The giant stands, 8 feet tall, hands rigidly by his hips, surveying the surrounding forest. He is an outcast of his community, destined to be alone on this hilltop forever. When it is sunny his red body glows. And when it is cold ice forms on his ribs. To visit him you must make a great journey to the far reaches of Scotland, 100 miles north of Inverness to Borgie Forest. Here the road ends and you must proceed on foot and hike uphill in order to stand alongside this colossal skeleton. This sculpture, The Unknown, by Kenny Hunter, takes a bit of effort to reach, but is well worth it to experience impressive art in such a remote location.
The Unknown is representative of the outcast figure that features so prominently in Scotland's history, people like William Wallace, Bonnie Prince Charlie and the families of the Highland Clearances. Paul and I cycled to Borgie Forest from the village of Bettyhill. We had spent the previous evening enjoying the comforts of The Bettyhill Hotel. The meal of haddock and chips followed by a chocolate torte with a biscuit base was delicious and lovingly presented. The breakfast of scrambled egg on crostini was perfectly done and accompanied by the hotel's most special feature, the spectacular vista of the bay. I noticed that the hills across the water were green and golden; golden because they were peppered with sand all the way to the top and I imagined powerful storms spraying the hill with the grains.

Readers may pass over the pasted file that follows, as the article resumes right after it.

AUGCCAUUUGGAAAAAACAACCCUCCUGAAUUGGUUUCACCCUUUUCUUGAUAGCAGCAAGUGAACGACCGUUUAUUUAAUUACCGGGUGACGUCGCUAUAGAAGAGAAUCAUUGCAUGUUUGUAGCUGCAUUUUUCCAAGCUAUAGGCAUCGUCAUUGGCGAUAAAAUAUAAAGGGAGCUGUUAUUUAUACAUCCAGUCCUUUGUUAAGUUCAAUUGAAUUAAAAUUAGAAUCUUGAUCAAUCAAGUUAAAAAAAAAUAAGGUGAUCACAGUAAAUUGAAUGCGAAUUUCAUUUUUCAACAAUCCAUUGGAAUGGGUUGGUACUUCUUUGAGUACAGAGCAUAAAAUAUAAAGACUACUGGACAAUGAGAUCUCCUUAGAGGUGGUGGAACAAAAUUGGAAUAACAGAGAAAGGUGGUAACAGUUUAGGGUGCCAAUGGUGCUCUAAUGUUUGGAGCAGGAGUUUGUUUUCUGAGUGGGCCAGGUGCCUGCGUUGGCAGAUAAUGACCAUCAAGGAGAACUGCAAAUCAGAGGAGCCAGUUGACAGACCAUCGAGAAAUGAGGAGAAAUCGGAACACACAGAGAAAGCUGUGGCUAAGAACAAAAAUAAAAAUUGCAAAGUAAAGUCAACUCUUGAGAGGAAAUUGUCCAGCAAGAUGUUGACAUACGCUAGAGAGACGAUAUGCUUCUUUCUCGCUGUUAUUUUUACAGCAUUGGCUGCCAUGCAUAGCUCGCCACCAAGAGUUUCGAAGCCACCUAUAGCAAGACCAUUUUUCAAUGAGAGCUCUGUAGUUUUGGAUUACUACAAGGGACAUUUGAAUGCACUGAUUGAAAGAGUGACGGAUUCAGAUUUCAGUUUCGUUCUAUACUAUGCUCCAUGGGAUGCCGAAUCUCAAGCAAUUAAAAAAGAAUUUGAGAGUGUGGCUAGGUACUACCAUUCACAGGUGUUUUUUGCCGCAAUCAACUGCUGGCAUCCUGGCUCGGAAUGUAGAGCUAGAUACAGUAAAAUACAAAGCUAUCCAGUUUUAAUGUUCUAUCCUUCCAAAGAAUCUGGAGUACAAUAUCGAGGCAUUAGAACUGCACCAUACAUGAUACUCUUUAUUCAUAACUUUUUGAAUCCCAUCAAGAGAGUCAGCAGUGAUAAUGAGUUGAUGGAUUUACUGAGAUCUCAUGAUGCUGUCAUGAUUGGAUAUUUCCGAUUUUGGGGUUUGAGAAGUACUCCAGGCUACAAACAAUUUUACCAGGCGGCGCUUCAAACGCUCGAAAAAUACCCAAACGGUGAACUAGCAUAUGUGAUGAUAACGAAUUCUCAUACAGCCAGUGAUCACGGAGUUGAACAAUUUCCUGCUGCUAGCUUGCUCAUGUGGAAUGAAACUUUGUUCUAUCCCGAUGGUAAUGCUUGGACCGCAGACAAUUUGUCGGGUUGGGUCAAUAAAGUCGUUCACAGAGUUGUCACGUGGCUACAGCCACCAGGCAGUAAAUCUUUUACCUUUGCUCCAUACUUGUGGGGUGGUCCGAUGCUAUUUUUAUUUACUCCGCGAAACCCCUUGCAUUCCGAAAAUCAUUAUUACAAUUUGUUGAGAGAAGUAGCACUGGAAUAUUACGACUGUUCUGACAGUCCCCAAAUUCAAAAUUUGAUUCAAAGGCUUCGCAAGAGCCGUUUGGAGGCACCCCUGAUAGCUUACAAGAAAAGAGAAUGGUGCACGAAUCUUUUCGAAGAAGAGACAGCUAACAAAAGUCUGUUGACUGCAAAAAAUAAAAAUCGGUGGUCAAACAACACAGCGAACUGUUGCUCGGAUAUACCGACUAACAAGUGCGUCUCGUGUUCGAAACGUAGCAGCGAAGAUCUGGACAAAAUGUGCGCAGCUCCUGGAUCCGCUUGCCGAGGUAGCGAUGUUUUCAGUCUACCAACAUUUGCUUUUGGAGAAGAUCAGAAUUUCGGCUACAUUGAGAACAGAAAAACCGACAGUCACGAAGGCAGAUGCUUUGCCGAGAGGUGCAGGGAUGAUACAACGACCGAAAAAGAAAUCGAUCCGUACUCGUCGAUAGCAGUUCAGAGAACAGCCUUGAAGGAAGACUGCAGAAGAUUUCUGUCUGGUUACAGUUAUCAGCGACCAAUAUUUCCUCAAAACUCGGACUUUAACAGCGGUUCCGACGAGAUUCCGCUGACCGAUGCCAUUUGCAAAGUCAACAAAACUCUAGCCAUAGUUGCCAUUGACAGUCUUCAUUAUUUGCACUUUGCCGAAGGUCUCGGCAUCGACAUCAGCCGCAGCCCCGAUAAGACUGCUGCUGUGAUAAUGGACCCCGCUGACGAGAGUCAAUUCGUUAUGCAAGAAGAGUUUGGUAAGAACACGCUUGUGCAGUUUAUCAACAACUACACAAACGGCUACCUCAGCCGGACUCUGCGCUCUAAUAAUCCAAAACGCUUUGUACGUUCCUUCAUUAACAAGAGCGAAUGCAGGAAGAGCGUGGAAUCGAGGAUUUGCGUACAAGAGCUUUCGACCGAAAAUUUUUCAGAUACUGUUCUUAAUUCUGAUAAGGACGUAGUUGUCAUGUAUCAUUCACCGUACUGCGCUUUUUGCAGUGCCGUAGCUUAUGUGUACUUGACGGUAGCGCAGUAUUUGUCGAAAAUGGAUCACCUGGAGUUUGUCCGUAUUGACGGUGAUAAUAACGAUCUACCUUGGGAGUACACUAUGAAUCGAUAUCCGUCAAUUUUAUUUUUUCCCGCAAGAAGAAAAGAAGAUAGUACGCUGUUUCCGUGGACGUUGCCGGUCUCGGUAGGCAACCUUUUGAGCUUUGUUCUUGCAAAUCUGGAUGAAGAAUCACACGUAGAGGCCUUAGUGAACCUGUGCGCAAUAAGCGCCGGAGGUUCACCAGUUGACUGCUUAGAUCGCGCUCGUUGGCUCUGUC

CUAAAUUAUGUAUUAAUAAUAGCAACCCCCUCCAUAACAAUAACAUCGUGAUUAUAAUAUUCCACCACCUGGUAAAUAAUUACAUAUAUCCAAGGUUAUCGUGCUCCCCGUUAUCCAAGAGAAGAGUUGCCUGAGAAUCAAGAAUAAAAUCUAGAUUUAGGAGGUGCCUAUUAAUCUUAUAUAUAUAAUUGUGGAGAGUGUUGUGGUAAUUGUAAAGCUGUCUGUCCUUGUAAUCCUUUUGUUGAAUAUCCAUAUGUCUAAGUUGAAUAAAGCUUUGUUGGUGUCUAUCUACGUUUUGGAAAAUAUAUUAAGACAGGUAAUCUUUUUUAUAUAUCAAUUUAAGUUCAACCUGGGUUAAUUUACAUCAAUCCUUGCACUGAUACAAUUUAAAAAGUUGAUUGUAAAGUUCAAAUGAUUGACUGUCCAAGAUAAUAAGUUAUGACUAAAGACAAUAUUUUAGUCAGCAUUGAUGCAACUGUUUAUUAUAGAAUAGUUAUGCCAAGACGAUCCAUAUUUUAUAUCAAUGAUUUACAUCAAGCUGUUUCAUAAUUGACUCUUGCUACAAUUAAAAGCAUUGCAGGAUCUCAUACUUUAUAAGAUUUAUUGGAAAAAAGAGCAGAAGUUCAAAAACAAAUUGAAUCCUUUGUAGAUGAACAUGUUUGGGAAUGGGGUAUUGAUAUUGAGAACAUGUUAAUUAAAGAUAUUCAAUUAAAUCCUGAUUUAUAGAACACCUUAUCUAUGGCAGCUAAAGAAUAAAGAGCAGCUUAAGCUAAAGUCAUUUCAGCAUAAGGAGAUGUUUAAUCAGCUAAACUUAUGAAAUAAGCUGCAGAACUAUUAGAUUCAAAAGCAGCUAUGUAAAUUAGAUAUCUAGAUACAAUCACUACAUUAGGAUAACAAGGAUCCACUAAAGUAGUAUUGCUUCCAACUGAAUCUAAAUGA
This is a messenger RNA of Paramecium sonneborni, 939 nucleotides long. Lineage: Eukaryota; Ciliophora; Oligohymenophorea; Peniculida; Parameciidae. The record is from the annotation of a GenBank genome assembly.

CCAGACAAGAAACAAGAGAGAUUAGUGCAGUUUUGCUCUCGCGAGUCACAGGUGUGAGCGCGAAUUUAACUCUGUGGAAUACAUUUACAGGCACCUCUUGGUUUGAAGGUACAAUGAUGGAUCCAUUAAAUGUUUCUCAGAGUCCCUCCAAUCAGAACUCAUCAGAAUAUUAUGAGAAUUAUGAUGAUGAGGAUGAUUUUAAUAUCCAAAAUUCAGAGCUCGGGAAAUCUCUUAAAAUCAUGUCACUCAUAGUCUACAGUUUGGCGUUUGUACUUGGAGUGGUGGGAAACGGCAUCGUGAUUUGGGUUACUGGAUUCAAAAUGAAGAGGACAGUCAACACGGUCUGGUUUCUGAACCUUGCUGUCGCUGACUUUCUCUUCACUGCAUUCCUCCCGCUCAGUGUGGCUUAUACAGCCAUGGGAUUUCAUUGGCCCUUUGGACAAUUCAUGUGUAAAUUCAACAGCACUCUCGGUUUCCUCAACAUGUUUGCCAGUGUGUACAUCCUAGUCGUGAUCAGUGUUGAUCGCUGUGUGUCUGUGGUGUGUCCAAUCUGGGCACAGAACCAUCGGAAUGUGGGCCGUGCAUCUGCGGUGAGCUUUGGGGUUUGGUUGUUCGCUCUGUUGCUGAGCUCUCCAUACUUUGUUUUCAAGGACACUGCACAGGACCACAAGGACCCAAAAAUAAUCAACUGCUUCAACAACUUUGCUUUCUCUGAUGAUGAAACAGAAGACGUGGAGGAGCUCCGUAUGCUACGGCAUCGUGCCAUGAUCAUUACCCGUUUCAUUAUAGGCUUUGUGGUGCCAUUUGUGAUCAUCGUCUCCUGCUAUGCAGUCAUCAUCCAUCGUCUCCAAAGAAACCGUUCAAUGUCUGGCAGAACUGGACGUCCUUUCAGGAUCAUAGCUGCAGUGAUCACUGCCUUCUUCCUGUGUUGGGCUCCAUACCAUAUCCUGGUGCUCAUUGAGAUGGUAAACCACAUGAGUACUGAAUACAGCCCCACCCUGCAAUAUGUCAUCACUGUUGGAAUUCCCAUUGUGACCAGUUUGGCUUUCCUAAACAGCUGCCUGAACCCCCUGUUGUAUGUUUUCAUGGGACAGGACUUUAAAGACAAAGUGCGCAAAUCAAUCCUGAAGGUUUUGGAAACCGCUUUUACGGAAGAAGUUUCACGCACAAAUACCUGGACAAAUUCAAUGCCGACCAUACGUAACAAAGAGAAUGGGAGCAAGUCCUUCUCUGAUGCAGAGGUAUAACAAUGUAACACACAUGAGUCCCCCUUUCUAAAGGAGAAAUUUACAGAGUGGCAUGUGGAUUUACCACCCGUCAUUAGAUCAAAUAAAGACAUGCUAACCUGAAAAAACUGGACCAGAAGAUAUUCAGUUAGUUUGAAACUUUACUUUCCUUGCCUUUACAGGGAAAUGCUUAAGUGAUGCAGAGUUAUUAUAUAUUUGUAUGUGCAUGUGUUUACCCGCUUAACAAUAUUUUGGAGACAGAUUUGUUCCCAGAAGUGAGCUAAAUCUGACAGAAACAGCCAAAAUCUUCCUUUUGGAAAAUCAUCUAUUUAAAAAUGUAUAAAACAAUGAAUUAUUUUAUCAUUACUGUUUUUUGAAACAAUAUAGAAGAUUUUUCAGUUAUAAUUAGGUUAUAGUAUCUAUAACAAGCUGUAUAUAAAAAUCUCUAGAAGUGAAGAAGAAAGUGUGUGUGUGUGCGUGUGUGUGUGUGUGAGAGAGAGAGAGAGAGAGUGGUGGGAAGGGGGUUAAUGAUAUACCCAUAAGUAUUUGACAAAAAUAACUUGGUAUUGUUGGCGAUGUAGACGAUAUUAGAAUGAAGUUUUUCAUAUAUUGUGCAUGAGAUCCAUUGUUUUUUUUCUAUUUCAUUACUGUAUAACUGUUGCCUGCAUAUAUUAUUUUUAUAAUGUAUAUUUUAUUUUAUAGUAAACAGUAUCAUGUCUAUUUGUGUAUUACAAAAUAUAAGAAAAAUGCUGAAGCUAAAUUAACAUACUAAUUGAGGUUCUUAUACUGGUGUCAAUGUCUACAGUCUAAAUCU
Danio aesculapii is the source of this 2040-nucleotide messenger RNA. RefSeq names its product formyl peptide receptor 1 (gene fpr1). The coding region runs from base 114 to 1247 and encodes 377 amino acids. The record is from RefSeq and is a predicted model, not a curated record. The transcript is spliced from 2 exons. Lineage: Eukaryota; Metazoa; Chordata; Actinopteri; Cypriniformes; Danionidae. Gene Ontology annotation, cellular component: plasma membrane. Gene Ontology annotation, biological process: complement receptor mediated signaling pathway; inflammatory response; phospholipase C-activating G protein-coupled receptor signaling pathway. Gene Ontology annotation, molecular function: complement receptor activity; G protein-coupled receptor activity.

The Unknown by Kenny Hunter
The Unknown in Borgie Forest, 8 miles from Bettyhill
The Bettyhill Hotel
Patterned and colourful pebbles on Farr beach
The view from The Bettyhill Hotel
I enjoyed my conversations with the hotel owner who told me of the challenges of renovating the building. He had bought it as a wreck and discovered pipes with gaping holes that were held together with electrical tape. The hotel had originally been affiliated with a petrol station and pointed out the stone shell emblem, representing a certain oil company, atop the gate posts. "Hotels like these had a petrol pump and rich folk came for the fishing. The barman used to work here as a boy, polishing the guest's shoes. They left them outside their door." I discovered an old floor plan of the hotel and one of the rooms was marked as a hairdresser. It was hard to believe that small highland hotels in remote areas had once offered such luxuries; a bygone era indeed.
Beaches and Moors
We loved the soft sands of Farr Beach where children laughed and played with an overexcited collie. We walked the length of the beach to where there are jagged rock formations and pebbles littering the space between them. I was struck by the variety of colours and patterns of these stones. I got down on my kness to pick them up, examine their swirls and stripes in detail and feel their smoothness. I loved the sound of the waves rolling them.
In a nearby churchyard where a blackbird, high up in a tree, sung its heart out we marveled at an intricately carved Pictish stone. This is the Farr Stone, dating from the 8th or 9th century, and features a cross, illustrated evidence of the reach of Christianity.